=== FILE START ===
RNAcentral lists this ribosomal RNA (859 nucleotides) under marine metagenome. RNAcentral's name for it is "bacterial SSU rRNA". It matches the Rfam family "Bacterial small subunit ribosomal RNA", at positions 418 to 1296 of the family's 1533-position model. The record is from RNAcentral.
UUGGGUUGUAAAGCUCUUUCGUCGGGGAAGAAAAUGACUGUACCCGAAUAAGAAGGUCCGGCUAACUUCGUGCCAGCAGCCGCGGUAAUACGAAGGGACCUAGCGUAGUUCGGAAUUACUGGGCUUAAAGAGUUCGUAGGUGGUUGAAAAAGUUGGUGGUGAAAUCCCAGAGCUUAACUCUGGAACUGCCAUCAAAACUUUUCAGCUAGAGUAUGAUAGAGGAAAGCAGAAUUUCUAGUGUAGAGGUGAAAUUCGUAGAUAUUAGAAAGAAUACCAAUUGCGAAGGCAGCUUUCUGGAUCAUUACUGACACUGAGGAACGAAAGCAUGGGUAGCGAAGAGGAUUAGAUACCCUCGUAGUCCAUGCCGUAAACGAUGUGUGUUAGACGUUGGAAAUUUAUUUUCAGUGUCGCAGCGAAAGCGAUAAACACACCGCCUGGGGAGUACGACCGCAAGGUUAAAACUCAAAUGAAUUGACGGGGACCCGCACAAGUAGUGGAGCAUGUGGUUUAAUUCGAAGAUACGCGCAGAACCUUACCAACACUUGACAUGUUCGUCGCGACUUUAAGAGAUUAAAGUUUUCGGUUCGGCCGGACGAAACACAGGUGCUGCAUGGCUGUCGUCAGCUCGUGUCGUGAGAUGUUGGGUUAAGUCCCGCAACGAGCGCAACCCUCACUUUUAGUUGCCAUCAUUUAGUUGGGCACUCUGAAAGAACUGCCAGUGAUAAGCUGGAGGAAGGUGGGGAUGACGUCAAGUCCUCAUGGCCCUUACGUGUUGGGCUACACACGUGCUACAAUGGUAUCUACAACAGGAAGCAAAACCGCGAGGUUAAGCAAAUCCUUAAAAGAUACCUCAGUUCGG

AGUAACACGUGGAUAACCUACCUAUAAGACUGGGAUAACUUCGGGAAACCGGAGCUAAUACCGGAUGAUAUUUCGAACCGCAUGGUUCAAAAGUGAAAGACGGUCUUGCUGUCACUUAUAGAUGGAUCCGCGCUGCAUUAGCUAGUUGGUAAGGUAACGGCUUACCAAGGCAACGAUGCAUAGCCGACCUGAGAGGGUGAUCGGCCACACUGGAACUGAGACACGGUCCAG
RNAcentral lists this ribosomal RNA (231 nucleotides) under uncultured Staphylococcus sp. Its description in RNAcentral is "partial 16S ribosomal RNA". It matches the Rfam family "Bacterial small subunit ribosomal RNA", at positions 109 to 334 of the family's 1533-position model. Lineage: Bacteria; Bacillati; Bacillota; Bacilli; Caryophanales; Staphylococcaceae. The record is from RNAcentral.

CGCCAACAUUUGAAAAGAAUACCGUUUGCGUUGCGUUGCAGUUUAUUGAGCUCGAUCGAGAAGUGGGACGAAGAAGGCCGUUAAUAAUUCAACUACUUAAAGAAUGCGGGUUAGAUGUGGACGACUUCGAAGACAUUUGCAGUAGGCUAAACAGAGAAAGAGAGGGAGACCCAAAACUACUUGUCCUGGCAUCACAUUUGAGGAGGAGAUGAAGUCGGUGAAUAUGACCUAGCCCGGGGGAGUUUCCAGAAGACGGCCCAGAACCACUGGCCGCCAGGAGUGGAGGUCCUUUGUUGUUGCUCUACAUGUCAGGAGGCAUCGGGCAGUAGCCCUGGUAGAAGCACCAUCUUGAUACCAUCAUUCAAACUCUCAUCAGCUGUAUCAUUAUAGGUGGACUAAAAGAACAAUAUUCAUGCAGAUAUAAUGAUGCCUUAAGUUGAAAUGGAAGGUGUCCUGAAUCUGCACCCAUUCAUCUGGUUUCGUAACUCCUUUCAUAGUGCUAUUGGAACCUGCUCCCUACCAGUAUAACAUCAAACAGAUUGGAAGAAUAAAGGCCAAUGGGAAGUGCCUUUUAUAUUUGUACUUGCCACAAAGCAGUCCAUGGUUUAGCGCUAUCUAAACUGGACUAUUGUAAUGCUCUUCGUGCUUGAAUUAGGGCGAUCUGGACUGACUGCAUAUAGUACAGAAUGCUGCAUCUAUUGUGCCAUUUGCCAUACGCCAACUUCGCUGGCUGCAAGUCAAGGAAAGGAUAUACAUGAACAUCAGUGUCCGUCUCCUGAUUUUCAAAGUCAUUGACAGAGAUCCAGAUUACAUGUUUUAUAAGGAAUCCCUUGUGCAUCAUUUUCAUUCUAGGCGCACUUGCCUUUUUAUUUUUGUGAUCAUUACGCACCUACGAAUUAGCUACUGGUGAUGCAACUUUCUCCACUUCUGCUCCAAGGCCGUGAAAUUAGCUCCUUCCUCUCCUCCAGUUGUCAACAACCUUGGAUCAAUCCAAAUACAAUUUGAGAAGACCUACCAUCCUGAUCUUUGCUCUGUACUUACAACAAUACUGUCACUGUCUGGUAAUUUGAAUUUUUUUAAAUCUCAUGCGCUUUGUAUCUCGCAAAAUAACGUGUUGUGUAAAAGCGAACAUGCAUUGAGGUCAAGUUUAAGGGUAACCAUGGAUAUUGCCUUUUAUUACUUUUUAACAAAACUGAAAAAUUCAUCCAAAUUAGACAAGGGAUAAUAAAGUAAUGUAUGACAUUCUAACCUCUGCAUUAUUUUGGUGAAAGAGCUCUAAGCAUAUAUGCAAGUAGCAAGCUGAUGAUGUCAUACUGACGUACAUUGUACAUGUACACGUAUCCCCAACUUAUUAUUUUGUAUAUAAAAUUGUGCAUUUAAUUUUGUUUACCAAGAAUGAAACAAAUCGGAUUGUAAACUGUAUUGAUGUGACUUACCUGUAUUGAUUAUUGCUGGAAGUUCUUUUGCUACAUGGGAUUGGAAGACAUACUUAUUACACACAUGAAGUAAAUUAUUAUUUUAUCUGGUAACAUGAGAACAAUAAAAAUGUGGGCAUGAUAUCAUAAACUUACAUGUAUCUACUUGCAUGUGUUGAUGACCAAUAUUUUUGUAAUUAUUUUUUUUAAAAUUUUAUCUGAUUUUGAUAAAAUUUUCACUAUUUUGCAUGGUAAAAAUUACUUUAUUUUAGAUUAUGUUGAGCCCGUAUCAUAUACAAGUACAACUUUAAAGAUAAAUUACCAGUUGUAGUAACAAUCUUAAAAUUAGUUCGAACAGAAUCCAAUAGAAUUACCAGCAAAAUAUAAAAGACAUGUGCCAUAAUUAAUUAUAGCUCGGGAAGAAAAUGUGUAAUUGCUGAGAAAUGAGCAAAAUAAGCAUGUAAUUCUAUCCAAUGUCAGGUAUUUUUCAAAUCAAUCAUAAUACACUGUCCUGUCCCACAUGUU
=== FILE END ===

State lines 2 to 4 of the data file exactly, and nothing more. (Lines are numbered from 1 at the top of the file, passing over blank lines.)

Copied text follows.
UUGGGUUGUAAAGCUCUUUCGUCGGGGAAGAAAAUGACUGUACCCGAAUAAGAAGGUCCGGCUAACUUCGUGCCAGCAGCCGCGGUAAUACGAAGGGACCUAGCGUAGUUCGGAAUUACUGGGCUUAAAGAGUUCGUAGGUGGUUGAAAAAGUUGGUGGUGAAAUCCCAGAGCUUAACUCUGGAACUGCCAUCAAAACUUUUCAGCUAGAGUAUGAUAGAGGAAAGCAGAAUUUCUAGUGUAGAGGUGAAAUUCGUAGAUAUUAGAAAGAAUACCAAUUGCGAAGGCAGCUUUCUGGAUCAUUACUGACACUGAGGAACGAAAGCAUGGGUAGCGAAGAGGAUUAGAUACCCUCGUAGUCCAUGCCGUAAACGAUGUGUGUUAGACGUUGGAAAUUUAUUUUCAGUGUCGCAGCGAAAGCGAUAAACACACCGCCUGGGGAGUACGACCGCAAGGUUAAAACUCAAAUGAAUUGACGGGGACCCGCACAAGUAGUGGAGCAUGUGGUUUAAUUCGAAGAUACGCGCAGAACCUUACCAACACUUGACAUGUUCGUCGCGACUUUAAGAGAUUAAAGUUUUCGGUUCGGCCGGACGAAACACAGGUGCUGCAUGGCUGUCGUCAGCUCGUGUCGUGAGAUGUUGGGUUAAGUCCCGCAACGAGCGCAACCCUCACUUUUAGUUGCCAUCAUUUAGUUGGGCACUCUGAAAGAACUGCCAGUGAUAAGCUGGAGGAAGGUGGGGAUGACGUCAAGUCCUCAUGGCCCUUACGUGUUGGGCUACACACGUGCUACAAUGGUAUCUACAACAGGAAGCAAAACCGCGAGGUUAAGCAAAUCCUUAAAAGAUACCUCAGUUCGG

AGUAACACGUGGAUAACCUACCUAUAAGACUGGGAUAACUUCGGGAAACCGGAGCUAAUACCGGAUGAUAUUUCGAACCGCAUGGUUCAAAAGUGAAAGACGGUCUUGCUGUCACUUAUAGAUGGAUCCGCGCUGCAUUAGCUAGUUGGUAAGGUAACGGCUUACCAAGGCAACGAUGCAUAGCCGACCUGAGAGGGUGAUCGGCCACACUGGAACUGAGACACGGUCCAG
RNAcentral lists this ribosomal RNA (231 nucleotides) under uncultured Staphylococcus sp. Its description in RNAcentral is "partial 16S ribosomal RNA". It matches the Rfam family "Bacterial small subunit ribosomal RNA", at positions 109 to 334 of the family's 1533-position model. Lineage: Bacteria; Bacillati; Bacillota; Bacilli; Caryophanales; Staphylococcaceae. The record is from RNAcentral.